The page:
3. Conclusions

    Gaps in our knowledge of dsRNA signaling need to be filled before exploring poly(I:C) as a therapy in PAH. It is not known whether the protective effects of synthetic dsRNA in the rodent models were mediated via TLR3 signaling in the pulmonary vascular tissue or whether other TLR3-expressing perivascular or circulating leukocytes are important. Furthermore, activation of TLR3 signaling has been associated with upregulation of other dsRNA sensors. Yet how these contribute to protective vascular phenotypes in PAH has not been investigated. 

    There appears to be a finely tuned balance between protective innate immune responses to dsRNA and potentially detrimental pro-inflammatory signals from receptors activated by the same stimulus. The complexity of the relationship between vascular protection mediated by dsRNA and adverse associations between pulmonary vascular disease and interferon treatment casts doubt on whether targeting this pathway will translate as a treatment for PAH. However, strategies to enhance TLR3 signaling could be developed with synergistic targeting of excessive IFN activity. Now that dsRNA receptor agonists, such as rintatolimod (Ampligen), are emerging in other contexts as safe adjuvants for cancer therapies and for other conditions such as chronic fatigue syndrome, we believe that exploration of dsRNA as a therapy merits further evaluation in cellular and animal models of PAH.

    The entry is from 10.3390/ijms21093124


    1. A. A. Roger Thomson; Allan Lawrie; Targeting Vascular Remodeling to Treat Pulmonary Arterial Hypertension. Trends in Molecular Medicine 2017, 23, 31-45, 10.1016/j.molmed.2016.11.005.
    2. Ruslan Medzhitov; Charles A. Janeway; Innate immunity: the virtues of a nonclonal system of recognition.. Cell 1997, 91, 295-298, 10.1016/s0092-8674(00)80412-2.
    3. Katalin Kariko; Houping Ni; John Capodici; Marc Lamphier; Drew Weissman; mRNA Is an Endogenous Ligand for Toll-like Receptor 3. Journal of Biological Chemistry 2004, 279, 12542-12550, 10.1074/jbc.m310175200.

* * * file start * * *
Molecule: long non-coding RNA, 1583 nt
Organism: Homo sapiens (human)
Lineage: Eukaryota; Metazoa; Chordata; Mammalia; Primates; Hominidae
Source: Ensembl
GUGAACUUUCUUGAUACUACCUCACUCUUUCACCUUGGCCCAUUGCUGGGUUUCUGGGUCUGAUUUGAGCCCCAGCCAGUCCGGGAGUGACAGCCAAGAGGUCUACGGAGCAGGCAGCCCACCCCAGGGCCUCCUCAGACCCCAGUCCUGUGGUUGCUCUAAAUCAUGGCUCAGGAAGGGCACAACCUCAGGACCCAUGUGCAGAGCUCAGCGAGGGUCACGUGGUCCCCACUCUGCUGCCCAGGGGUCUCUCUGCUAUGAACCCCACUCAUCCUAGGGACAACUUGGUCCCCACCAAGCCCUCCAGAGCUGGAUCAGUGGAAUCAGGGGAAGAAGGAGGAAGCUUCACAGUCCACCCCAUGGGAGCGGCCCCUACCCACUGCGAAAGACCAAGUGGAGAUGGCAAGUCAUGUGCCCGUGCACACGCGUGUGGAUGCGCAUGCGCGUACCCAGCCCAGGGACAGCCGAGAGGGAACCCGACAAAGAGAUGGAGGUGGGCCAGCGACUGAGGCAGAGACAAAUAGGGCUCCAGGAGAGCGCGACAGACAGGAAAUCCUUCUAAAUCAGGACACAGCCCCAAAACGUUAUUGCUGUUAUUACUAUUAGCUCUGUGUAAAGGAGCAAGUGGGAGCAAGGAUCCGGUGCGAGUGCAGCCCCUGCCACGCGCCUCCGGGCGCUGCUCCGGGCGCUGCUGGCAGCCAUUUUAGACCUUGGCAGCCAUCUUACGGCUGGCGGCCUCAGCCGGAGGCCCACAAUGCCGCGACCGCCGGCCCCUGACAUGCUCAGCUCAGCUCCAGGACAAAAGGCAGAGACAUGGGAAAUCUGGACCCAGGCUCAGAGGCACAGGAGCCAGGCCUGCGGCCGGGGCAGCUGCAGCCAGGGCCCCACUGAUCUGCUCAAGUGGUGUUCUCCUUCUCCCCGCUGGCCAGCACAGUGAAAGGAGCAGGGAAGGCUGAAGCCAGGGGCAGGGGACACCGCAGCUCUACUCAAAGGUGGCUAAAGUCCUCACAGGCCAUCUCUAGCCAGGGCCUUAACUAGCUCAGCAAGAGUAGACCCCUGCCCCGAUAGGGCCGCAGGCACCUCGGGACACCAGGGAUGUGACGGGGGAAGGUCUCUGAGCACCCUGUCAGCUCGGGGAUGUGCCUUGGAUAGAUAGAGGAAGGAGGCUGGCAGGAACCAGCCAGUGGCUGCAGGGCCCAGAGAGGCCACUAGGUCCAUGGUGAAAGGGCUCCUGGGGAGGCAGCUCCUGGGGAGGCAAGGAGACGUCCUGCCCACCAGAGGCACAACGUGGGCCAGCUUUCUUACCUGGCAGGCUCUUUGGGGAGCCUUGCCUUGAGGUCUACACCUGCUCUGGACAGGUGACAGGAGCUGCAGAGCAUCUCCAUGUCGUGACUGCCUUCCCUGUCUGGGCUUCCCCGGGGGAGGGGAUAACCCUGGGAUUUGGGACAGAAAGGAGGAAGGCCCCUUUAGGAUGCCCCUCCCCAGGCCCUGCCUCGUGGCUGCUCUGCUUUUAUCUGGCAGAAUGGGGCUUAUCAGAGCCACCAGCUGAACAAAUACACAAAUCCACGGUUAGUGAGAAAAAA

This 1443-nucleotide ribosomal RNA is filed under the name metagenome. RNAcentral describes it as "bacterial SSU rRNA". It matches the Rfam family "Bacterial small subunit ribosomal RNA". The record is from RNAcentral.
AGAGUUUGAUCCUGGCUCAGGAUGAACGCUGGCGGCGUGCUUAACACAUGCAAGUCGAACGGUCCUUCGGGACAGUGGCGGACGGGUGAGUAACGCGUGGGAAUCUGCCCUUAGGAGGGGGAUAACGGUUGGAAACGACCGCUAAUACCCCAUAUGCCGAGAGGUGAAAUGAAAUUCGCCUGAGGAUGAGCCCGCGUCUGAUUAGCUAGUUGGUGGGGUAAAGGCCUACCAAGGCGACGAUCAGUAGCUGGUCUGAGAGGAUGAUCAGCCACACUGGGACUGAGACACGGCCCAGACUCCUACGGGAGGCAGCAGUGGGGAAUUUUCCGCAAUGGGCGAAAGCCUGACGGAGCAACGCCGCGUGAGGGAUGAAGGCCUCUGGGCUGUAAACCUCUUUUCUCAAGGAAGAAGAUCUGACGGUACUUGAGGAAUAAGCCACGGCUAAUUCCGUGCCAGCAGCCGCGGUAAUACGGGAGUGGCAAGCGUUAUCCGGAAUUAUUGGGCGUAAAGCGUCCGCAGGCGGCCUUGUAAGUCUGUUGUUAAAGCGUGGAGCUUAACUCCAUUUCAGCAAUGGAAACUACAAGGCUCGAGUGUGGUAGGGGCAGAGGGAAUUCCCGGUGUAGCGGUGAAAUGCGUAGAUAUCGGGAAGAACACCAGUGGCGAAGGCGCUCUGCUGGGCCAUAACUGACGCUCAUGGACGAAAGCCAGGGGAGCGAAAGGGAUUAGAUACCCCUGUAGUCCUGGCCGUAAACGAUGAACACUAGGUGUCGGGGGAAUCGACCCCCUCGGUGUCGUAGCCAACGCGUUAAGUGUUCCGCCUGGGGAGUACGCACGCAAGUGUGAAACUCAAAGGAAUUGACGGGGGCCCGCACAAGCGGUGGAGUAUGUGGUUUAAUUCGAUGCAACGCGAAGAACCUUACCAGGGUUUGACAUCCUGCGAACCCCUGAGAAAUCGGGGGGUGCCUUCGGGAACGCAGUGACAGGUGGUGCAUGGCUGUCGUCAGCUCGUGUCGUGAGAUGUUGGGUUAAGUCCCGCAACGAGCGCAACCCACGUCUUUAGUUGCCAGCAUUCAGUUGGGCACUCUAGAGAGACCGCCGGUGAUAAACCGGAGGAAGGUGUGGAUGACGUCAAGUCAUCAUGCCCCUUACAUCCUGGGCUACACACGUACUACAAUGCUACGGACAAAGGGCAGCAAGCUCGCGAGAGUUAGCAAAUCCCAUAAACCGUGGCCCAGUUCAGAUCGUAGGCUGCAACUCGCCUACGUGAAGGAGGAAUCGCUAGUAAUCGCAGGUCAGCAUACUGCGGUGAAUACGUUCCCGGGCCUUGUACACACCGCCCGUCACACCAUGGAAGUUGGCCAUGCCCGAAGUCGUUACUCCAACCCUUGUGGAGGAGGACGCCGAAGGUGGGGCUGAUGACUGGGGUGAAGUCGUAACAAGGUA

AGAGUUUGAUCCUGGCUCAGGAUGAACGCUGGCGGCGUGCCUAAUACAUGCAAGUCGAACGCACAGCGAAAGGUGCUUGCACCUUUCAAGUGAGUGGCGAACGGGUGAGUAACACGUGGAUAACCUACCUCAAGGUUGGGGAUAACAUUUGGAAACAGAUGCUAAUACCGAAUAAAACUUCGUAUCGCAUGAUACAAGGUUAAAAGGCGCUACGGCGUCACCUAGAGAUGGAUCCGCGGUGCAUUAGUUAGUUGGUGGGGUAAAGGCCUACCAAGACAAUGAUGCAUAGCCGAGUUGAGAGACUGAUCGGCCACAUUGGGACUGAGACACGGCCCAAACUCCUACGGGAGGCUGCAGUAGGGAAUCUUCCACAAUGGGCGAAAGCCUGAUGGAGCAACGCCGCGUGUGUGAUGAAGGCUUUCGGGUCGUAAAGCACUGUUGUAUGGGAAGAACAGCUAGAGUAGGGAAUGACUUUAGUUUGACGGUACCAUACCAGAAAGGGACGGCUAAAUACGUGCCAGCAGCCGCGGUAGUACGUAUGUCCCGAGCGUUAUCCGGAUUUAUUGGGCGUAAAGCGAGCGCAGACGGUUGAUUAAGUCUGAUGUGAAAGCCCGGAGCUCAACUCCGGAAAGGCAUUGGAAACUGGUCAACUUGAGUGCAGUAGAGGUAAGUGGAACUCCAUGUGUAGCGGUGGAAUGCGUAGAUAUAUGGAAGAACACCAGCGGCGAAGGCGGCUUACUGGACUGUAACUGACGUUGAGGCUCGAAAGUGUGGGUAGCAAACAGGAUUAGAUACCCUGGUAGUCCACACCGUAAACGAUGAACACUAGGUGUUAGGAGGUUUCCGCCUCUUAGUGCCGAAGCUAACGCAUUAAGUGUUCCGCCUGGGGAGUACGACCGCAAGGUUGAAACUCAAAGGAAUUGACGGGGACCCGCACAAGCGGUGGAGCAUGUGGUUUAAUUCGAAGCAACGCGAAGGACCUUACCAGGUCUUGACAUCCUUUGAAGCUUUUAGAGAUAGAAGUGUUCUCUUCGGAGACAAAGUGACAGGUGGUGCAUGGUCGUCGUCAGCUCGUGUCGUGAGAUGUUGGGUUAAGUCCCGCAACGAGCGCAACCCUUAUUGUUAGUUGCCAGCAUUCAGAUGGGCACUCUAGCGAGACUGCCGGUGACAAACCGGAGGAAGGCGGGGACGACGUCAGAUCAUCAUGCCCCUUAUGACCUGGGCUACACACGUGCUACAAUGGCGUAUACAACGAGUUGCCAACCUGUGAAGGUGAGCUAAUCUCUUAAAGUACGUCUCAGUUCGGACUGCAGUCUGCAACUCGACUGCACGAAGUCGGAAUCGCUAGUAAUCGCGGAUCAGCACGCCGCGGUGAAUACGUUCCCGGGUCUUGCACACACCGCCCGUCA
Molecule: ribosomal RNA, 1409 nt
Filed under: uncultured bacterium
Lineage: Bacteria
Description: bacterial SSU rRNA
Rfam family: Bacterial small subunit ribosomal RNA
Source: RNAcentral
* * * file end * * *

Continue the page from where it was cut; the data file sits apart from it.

4. Jennifer Cole; Tina J. Navin; Amanda J. Cross; Michael E. Goddard; Lena Alexopoulou; Anuja T. Mitra; Alun H. Davies; Richard A. Flavell; Marc Feldmann; Claudia Monaco; et al. Unexpected protective role for Toll-like receptor 3 in the arterial wall. Proceedings of the National Academy of Sciences 2011, 108, 2372-2377, 10.1073/pnas.1018515108.
    5. David N. O’Dwyer; Michelle E. Armstrong; Glenda Trujillo; Gordon Cooke; Michael P. Keane; Padraic Fallon; A. John Simpson; Ann B. Millar; Emmet E. McGrath; Moira K. Whyte; et al. The Toll-like Receptor 3 L412F Polymorphism and Disease Progression in Idiopathic Pulmonary Fibrosis. American Journal of Respiratory and Critical Care Medicine 2013, 188, 1442-1450, 10.1164/rccm.201304-0760oc.
    6. Daniela Farkas; A. A. Roger Thomson; Aneel R. Bhagwani; Schuyler Hultman; Hyun Ji; Naveen Kotha; Grant Farr; Nadine D. Arnold; Adam Braithwaite; Helen Casbolt; et al. Toll-like Receptor 3 Is a Therapeutic Target for Pulmonary Hypertension. American Journal of Respiratory and Critical Care Medicine 2019, 199, 199-210, 10.1164/rccm.201707-1370oc.
    7. Helena A. Turton; A. A. Roger Thomson; Laszlo Farkas; RNA Signaling in Pulmonary Arterial Hypertension-A Double-Stranded Sword.. International Journal of Molecular Sciences 2020, 21, 3124, 10.3390/ijms21093124.